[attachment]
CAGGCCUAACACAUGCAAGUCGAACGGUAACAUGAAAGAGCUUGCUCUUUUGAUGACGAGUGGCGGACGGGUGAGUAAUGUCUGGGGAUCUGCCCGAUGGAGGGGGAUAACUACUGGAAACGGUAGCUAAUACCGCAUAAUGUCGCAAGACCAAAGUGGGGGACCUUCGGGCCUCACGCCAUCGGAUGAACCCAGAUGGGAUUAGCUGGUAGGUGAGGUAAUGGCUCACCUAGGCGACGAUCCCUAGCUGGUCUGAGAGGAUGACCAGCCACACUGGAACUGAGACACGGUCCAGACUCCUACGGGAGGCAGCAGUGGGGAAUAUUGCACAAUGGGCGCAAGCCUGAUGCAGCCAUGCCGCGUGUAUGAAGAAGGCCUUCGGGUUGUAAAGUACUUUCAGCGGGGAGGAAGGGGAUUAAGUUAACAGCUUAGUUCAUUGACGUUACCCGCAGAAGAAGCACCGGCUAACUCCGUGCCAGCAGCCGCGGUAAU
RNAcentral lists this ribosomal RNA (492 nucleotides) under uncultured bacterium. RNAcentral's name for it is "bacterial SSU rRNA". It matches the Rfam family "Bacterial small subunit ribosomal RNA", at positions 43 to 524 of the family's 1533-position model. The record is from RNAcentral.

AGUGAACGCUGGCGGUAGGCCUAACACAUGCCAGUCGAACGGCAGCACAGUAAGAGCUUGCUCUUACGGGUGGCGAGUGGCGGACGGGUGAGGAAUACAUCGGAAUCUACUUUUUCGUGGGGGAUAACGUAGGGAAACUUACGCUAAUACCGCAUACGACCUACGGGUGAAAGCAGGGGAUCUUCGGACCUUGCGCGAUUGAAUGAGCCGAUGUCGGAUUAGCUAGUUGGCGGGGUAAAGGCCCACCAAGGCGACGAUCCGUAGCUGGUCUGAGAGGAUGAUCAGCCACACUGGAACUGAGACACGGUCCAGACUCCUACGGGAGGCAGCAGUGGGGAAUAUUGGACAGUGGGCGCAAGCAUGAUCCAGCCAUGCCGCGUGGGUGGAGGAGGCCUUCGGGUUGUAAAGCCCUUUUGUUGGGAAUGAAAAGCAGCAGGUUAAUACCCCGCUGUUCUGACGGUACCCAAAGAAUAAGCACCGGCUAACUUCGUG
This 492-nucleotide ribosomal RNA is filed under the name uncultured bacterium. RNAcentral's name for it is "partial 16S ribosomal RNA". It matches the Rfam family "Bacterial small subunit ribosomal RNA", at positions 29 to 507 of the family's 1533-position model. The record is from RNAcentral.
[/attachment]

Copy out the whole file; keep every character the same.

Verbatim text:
CAGGCCUAACACAUGCAAGUCGAACGGUAACAUGAAAGAGCUUGCUCUUUUGAUGACGAGUGGCGGACGGGUGAGUAAUGUCUGGGGAUCUGCCCGAUGGAGGGGGAUAACUACUGGAAACGGUAGCUAAUACCGCAUAAUGUCGCAAGACCAAAGUGGGGGACCUUCGGGCCUCACGCCAUCGGAUGAACCCAGAUGGGAUUAGCUGGUAGGUGAGGUAAUGGCUCACCUAGGCGACGAUCCCUAGCUGGUCUGAGAGGAUGACCAGCCACACUGGAACUGAGACACGGUCCAGACUCCUACGGGAGGCAGCAGUGGGGAAUAUUGCACAAUGGGCGCAAGCCUGAUGCAGCCAUGCCGCGUGUAUGAAGAAGGCCUUCGGGUUGUAAAGUACUUUCAGCGGGGAGGAAGGGGAUUAAGUUAACAGCUUAGUUCAUUGACGUUACCCGCAGAAGAAGCACCGGCUAACUCCGUGCCAGCAGCCGCGGUAAU
RNAcentral lists this ribosomal RNA (492 nucleotides) under uncultured bacterium. RNAcentral's name for it is "bacterial SSU rRNA". It matches the Rfam family "Bacterial small subunit ribosomal RNA", at positions 43 to 524 of the family's 1533-position model. The record is from RNAcentral.

AGUGAACGCUGGCGGUAGGCCUAACACAUGCCAGUCGAACGGCAGCACAGUAAGAGCUUGCUCUUACGGGUGGCGAGUGGCGGACGGGUGAGGAAUACAUCGGAAUCUACUUUUUCGUGGGGGAUAACGUAGGGAAACUUACGCUAAUACCGCAUACGACCUACGGGUGAAAGCAGGGGAUCUUCGGACCUUGCGCGAUUGAAUGAGCCGAUGUCGGAUUAGCUAGUUGGCGGGGUAAAGGCCCACCAAGGCGACGAUCCGUAGCUGGUCUGAGAGGAUGAUCAGCCACACUGGAACUGAGACACGGUCCAGACUCCUACGGGAGGCAGCAGUGGGGAAUAUUGGACAGUGGGCGCAAGCAUGAUCCAGCCAUGCCGCGUGGGUGGAGGAGGCCUUCGGGUUGUAAAGCCCUUUUGUUGGGAAUGAAAAGCAGCAGGUUAAUACCCCGCUGUUCUGACGGUACCCAAAGAAUAAGCACCGGCUAACUUCGUG
This 492-nucleotide ribosomal RNA is filed under the name uncultured bacterium. RNAcentral's name for it is "partial 16S ribosomal RNA". It matches the Rfam family "Bacterial small subunit ribosomal RNA", at positions 29 to 507 of the family's 1533-position model. The record is from RNAcentral.